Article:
In a particularly preferred embodiment according to one aspect of the present invention, a control system is contemplated, which serves to align or adjust the position or attitude of the adaptive optics. In this manner, through changes of the individual mirrors any aberration behavior or condition of an eye can be compensated and the test images for specially preselected aberrations in the human eye thus displayed can be processed. By means of this control system it is also possible to display predetermined sets of aberrations of higher-orders and these can be evaluated in a dialogue with the patient. It is particularly preferable that by means of the control system, the adaptive optics, in the scanning mode, tests a series of eye aberrations, to thereby determine the optimal setting of the adaptive optics for an optimal faculty of vision of the patient.

In a preferred embodiment of one aspect of the present invention, the embodiment comprises an aberrations measuring arrangement, particularly an aberrations measuring device, such as, an aberroscope or aberrometer, for the determination of aberration data which correspond to the objective aberrations of the eye. Such aberrations measuring arrangements, for example, refractometers, or aberroscopes, and/or wavefront analyzing or measuring apparatus, can determine the objective eye aberrations and, for verification of the computed correction values of the patient, they can be confirmed or corrected by the patient by way of an adaptive optics.

Thus, in accordance with one aspect of the invention, subjective correction values, obtained by means of an adaptive optics, and objective correction values, obtained by means of an aberroscope, can be advantageously combined.

It is particularly preferred that the correction data for the correction of eye aberrations are determined by means of a second control system. It is preferred that this second control system comprises a computer. By means of applicable software, the set of correction data can be established, on the basis of adaptive data or, respectively, aberration data. It is preferred that the aberration data are determined as rough or approximate values, so at to determine the adaptive data, by way of a subjective assessment of the test images, by means of the adaptive optics, and to utilize such adaptive data as basis for the correction data. It is also within the scope of the invention that use is made of the average or mean value of the adaptive data and of the average or mean value of the aberration data as the basis for the correction data.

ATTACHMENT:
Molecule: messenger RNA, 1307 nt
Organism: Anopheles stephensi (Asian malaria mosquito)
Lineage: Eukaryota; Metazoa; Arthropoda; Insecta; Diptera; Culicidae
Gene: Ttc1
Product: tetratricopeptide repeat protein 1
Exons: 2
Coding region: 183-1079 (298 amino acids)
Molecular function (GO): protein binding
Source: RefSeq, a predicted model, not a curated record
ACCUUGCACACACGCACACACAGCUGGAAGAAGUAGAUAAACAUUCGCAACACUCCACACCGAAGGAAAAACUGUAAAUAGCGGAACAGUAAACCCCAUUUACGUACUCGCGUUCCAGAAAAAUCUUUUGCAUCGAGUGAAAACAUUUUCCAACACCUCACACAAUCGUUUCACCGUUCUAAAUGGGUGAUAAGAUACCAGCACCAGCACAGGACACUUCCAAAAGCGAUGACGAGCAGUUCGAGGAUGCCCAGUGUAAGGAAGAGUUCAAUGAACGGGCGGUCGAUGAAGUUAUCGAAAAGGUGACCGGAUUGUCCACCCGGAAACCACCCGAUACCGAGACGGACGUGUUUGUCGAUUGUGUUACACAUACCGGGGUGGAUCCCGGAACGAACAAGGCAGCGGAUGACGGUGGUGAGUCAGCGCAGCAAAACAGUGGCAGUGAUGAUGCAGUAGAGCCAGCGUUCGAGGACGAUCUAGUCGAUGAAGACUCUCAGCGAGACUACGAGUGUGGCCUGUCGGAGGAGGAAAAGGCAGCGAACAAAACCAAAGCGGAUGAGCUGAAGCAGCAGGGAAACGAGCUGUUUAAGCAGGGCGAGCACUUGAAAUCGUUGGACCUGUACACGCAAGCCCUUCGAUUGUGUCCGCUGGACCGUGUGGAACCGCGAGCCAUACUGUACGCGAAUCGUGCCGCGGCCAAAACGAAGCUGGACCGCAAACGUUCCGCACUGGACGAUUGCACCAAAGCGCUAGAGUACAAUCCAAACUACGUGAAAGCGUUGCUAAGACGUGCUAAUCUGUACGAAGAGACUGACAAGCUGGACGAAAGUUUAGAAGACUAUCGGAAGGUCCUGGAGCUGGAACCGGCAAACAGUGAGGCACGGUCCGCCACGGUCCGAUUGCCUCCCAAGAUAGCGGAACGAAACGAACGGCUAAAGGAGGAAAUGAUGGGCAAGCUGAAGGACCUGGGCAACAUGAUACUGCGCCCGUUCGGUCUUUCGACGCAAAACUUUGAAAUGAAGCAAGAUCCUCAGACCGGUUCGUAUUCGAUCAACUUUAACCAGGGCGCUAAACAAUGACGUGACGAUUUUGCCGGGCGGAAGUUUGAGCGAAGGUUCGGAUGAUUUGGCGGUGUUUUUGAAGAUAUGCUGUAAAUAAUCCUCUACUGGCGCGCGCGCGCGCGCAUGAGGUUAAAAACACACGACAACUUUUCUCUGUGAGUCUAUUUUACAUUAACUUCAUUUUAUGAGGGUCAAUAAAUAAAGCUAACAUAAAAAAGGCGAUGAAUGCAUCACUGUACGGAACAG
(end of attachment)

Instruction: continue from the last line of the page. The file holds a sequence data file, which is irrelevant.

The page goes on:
The object of one aspect of the present invention is also particularly accomplished by a method for the determination of correction data for the correction of eye aberrations, in which method in a first step are determined, by means of an adaptive optics, adaptive data relating to a subjectively optimal correction adjustment of the eye, and in a further step are determined the correction data for the eye corrections which correction data are based on the adaptive data. It is an advantage of this method that the correction data are obtained in an a priori active, physiologically assessed metrological method, such correction data serving to correct vision defects of the eye, such vision defects negatively impacting the faculty of vision. This means that no longer does use need to be made of an error-prone determination of objective display errors in a dynamic-organic display apparatus in which determination no use is made of the characteristics, or features, of the signal processing by the human nervous system, respectively the brain. In a dialogue with the patient, in accordance with one aspect of the invention, by means of the adaptive optics, those values are determined which correspond to the optimal correction condition; this may be different from the condition which was found to be the optimal condition in an objective assessment.

In a preferred embodiment of one aspect of the present invention, additional aberration data are gathered which correspond to the objective aberrations of the eye and the correction data are determined on the basis of the adaptive data and the aberration data. By way of a comparison of the subjectively determined data and the objectively determined data, it is possible to point to the importance of the physiological influences of the image processing.